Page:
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Using Emotion To Differentiate

Using Emotion To Differentiate

Last week, I talked about the attention you gain by being different. Strong brands often use emotion to differentiate themselves. Have you seen the snarky tweets that hamburger chain Wendy’s has been sending? Here are a few other examples: 1, 2, and 3. And they reply to just about everyone.

Yeah, that Wendy’s. Sadly, founder Dave Thomas left us years ago, and with him went Wendy’s “warm and personal” image. The brand is reinventing itself with an edge.

Wendy’s is playing it very smart on Twitter. Research has shown that people are much more likely to make a purchase based on emotions vs. logic. It’s all about creating an emotional connection with the buyer. Which is why it is so important to stop explaining to people the mechanics of what you are offering, and instead show them how it will benefit them.

As an example: your message isn’t that you have tickets available for the show. You are offering a chance for people to laugh and relax, escape from the everyday, and spend time with family and/or friends.

It’s unusual for a fast-food chain to dish up so much snark. This contrarian approach is getting attention, allowing Wendy’s to rise above the noise. People are challenging Wendy’s on Twitter, and Wendy’s is roasting them. As they do, they create some of the best elements of a dramatic story: conflict, the chance to win or lose, and an appreciative audience. We all want to be connected to winners. And that desire to be near the winner is one of the powerful influences at play in the art of emotional branding.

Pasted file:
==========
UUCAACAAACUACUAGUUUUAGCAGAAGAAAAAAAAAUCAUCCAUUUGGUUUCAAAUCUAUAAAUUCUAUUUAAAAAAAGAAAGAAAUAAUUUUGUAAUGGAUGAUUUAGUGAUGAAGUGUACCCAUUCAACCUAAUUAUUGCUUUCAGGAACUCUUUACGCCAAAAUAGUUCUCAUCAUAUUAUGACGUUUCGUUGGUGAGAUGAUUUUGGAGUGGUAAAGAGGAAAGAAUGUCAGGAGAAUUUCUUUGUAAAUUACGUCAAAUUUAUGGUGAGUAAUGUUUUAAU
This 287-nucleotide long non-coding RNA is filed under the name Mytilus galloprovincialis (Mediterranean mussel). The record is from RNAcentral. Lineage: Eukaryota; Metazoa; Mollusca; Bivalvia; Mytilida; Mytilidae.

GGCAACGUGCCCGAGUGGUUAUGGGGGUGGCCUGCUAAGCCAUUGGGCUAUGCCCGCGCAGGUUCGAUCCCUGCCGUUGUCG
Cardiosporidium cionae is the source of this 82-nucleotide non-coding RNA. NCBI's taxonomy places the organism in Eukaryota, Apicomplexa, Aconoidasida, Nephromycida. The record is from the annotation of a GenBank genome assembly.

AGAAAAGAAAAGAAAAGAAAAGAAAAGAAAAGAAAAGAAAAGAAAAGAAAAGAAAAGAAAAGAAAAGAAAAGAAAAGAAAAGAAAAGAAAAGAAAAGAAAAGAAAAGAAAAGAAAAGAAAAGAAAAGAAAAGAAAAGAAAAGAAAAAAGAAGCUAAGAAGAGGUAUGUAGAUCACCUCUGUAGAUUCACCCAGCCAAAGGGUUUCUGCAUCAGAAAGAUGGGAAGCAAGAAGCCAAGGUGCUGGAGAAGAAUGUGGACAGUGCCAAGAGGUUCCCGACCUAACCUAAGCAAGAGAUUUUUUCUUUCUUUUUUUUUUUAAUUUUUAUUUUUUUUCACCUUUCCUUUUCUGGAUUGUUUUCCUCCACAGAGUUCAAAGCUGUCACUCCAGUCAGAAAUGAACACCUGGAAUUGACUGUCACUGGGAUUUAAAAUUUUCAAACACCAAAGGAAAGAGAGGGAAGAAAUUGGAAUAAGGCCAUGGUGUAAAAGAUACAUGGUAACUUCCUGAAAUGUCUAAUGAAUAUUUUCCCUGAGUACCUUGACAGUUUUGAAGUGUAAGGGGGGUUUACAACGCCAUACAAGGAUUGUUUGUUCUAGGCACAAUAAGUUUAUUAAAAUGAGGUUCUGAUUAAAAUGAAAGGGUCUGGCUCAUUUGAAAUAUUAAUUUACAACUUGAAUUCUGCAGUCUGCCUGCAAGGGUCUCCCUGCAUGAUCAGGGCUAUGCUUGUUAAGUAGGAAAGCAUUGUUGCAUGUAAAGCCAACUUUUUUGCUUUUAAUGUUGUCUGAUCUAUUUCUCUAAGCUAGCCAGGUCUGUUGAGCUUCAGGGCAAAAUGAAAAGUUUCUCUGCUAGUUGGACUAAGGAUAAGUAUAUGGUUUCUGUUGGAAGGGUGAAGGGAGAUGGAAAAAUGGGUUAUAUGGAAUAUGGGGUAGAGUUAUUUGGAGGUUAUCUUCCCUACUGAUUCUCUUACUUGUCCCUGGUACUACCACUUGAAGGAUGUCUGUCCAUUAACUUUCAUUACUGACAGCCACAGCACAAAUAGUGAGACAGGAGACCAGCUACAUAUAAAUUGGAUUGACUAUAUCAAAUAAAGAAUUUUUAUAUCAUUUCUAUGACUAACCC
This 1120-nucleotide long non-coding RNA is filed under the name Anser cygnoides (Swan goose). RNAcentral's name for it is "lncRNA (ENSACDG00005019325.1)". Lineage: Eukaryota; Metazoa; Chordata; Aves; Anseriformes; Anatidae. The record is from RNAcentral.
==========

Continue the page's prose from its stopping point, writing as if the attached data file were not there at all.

You’re going to see lesser brands come out of the woodwork to try to get connected to some of the limelight by challenging Wendy’s. But as the unexpected becomes expected, this promotion for this brand will lose steam.

This week’s mission:

Let’s consider what emotional connections your brand has available for use. Challenge one of your staff members to come up with 5 marketing messages that:

1. Tell buyers how they will be better off after purchasing your product, service, or experience.
2. Use emotion to convey the message.

Example: “Rid yourself of the stress of your day, and go home to your family in a wonderful mood. Join us from 5 to 7 p.m. on Tuesday nights for yoga at the museum.”

This is a great opportunity to hear the thoughts of someone on staff who doesn’t normally get to participate in this level of organizational branding. Who might that be on your end? The challenge will be appreciated.

Warmly,

Ron

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